The ongoing troubles at the GSEs are no secret: it is public knowledge that Fannie had a 5.38% delinquency rate at December, while Freddie just passed the 4% threshold in January; both continue to rise rapidly each month. The fact that the mortgage-bond spread has just hit a record tight is merely an ongoing artifact of the Fed's endless meddling in the mortgage market, with the sole purpose of keeping rates artificially low, and preventing banks from being forced to take massive writedowns on their entire loan book. This is all well known. What, however, seems to have escaped public attention is what the impact of these delinquencies is on the one largest holder of Mortgage Backed Securities, the Federal Reserve. What also seems to have escaped the public is that the Fed is now the world's largest bank, with total assets near $2.3 trillion. We provide a weekly update of the Fed's balance sheet and while we briefly note the liability side, our, and everyone else's, attention, is traditionally focused on the asset side. Yet a more detailed look at the liability side reveals something very troubling, specifically that the Fed's capital, i.e. equity buffer, which as of most recently was $53.3 billion (a comparable metric for plain vanilla banks is their equity buffer, or Tier 1 Capital, or however the FASB wants to define it on any given day when it is covering up massive capital shortfalls) is in fact negligible and could well be substantially negative, if the Fed were to account for the rapidly rising level of delinquencies in its one largest asset holdings: the $1.027 trillion in settled MBS. And while there is no possibility of a run on the Fed, the reality is that the Fed now likely runs with a negative real capital balance, meaning that the US Federal Reserve is now essentially insolvent.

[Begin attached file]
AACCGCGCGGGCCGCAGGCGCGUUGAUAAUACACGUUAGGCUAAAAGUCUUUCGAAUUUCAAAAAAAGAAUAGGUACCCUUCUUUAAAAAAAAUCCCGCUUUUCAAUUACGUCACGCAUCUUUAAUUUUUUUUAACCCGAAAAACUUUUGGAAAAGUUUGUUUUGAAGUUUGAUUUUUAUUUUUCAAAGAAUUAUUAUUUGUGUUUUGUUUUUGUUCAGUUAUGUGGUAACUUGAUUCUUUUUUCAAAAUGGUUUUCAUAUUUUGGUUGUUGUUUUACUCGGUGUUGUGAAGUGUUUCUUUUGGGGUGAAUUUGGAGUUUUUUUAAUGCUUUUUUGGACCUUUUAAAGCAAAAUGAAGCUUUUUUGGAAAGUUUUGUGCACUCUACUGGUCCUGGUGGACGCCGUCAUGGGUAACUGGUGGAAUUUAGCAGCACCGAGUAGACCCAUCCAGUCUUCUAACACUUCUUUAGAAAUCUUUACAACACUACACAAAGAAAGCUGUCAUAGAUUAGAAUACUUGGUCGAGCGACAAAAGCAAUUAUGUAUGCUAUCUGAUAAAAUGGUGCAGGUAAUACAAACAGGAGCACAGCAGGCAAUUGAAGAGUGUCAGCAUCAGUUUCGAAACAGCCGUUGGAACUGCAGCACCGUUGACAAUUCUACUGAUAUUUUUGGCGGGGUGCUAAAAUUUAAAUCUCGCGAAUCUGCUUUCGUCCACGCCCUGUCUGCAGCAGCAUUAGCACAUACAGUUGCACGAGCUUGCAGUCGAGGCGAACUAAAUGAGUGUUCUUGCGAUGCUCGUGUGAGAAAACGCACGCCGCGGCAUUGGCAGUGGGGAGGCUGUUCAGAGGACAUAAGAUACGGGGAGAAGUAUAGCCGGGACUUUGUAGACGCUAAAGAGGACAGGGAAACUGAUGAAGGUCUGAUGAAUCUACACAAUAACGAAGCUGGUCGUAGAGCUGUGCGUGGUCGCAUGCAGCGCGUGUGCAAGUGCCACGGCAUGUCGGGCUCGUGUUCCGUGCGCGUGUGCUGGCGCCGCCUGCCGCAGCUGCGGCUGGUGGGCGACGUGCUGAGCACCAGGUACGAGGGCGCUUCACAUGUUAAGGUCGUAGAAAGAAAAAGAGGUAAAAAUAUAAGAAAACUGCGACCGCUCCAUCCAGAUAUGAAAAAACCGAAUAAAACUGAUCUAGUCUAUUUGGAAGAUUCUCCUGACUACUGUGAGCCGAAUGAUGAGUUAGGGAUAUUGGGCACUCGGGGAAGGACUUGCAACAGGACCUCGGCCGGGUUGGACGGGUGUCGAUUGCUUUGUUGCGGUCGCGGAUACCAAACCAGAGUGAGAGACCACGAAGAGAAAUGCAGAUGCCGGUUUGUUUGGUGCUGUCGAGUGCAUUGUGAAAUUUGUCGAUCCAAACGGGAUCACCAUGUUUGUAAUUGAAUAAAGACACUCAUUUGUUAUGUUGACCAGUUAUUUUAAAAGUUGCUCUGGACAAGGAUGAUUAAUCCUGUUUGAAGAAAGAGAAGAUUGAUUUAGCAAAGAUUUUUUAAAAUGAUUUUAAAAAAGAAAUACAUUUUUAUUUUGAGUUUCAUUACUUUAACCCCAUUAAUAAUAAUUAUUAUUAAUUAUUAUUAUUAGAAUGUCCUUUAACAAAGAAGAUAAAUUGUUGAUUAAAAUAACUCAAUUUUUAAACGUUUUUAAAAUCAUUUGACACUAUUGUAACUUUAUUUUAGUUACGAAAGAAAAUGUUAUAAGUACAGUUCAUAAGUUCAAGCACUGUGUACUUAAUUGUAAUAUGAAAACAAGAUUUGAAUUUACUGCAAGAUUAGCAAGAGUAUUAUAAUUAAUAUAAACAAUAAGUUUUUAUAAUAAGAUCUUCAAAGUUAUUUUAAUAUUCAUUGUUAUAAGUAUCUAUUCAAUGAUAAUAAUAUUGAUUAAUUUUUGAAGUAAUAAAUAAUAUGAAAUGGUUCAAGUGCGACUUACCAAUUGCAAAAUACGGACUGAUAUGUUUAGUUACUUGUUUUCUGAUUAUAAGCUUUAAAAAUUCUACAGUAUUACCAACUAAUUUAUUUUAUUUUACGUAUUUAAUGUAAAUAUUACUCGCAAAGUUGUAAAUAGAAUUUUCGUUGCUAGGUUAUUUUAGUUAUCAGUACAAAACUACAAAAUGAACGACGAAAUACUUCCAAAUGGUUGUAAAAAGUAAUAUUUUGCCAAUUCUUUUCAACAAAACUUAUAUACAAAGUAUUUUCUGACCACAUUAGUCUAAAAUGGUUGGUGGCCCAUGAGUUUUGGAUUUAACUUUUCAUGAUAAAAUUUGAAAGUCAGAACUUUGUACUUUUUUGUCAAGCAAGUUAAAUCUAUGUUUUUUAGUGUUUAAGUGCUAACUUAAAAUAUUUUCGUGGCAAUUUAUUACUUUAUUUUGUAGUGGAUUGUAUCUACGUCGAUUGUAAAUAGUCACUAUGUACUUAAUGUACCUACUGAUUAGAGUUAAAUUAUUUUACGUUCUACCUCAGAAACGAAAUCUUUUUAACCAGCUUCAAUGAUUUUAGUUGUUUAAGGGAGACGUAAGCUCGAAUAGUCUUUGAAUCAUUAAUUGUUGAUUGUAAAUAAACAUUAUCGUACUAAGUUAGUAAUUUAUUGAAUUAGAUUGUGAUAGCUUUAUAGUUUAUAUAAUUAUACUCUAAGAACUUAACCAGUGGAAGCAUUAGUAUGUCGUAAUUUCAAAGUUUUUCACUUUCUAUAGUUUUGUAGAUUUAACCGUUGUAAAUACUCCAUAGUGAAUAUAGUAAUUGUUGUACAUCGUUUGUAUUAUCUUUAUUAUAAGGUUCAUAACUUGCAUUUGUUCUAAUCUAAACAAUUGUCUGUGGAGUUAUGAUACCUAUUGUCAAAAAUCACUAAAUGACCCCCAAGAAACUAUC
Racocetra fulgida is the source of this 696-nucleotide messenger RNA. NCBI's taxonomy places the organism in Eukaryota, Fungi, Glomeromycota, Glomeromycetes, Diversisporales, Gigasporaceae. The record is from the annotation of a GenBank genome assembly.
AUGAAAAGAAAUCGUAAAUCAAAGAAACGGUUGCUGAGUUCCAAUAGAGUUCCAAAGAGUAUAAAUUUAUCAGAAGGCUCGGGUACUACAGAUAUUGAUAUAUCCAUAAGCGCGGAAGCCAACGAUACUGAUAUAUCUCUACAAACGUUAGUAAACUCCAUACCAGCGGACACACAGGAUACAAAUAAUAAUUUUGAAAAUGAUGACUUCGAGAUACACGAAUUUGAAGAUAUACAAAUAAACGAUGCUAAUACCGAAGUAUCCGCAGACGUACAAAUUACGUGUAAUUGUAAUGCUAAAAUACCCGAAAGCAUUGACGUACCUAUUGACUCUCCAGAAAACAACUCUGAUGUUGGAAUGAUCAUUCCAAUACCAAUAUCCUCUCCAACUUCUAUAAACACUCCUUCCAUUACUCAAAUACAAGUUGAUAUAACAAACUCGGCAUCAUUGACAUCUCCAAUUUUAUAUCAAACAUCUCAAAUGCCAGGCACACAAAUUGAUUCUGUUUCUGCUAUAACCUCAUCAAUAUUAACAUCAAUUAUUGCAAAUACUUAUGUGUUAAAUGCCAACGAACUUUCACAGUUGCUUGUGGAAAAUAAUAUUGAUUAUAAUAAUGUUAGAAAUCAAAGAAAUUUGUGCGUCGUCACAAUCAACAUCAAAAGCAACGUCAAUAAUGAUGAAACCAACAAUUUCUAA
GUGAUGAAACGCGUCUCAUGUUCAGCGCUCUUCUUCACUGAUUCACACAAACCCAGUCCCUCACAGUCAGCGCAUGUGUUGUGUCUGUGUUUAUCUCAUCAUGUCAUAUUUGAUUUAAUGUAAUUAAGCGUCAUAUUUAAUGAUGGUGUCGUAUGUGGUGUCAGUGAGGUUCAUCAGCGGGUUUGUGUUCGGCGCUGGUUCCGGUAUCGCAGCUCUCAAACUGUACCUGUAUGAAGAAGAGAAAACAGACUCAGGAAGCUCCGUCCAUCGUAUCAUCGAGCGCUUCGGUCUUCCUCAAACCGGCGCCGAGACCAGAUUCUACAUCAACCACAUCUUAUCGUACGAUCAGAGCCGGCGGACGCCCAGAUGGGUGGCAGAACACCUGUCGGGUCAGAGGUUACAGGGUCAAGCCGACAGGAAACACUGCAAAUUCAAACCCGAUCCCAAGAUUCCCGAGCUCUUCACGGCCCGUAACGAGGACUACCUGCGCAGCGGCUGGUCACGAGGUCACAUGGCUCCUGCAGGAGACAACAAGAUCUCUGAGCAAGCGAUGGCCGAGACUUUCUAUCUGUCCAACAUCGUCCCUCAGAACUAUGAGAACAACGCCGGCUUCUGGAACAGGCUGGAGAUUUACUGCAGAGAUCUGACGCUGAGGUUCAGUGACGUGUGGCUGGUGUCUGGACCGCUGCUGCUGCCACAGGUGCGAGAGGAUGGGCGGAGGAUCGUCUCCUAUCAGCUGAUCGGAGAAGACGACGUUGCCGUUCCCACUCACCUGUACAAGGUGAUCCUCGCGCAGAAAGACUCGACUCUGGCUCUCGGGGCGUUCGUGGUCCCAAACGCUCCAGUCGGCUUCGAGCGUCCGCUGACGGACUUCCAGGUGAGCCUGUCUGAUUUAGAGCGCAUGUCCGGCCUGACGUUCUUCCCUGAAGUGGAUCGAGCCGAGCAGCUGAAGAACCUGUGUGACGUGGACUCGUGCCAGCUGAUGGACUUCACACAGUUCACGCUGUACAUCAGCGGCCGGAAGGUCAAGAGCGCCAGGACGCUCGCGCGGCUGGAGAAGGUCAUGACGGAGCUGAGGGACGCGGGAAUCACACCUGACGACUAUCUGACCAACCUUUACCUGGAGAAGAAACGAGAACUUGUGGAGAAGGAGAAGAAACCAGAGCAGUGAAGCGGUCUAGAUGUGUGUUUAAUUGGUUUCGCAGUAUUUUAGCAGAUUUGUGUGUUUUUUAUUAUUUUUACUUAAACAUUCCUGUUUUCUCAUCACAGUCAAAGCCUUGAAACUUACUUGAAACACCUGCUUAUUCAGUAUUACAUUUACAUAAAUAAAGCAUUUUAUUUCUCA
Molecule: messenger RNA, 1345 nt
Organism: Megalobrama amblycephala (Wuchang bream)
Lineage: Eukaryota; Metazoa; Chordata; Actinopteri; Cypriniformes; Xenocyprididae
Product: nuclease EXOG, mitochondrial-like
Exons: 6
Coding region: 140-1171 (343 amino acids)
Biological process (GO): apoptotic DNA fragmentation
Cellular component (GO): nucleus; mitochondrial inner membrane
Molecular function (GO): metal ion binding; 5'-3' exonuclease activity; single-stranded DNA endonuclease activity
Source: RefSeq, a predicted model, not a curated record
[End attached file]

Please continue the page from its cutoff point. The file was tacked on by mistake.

Today's letter by John Hussman is as insightful as ever, yet what caught our eye is one of the most lyrical and gorgeous Crucifixions ever performed of Wall Street's favorite mouthpiece, CNBC, and specifically,its most vocal anchor: one James Cramer. "In reflecting on why the past 15 years have been so riddled by irresponsible speculation, it is impossible to ignore the rise over that same period of widely-viewed financial programming that is equally riddled with cartoonish content that encourages short-term thinking and speculation (buy-buy-buy! sell-sell-sell! boo-yah!)...To watch a half hour of CNBC today is like watching an old episode of Gomer Pyle ("Well, surprise, surprise, surprise!")"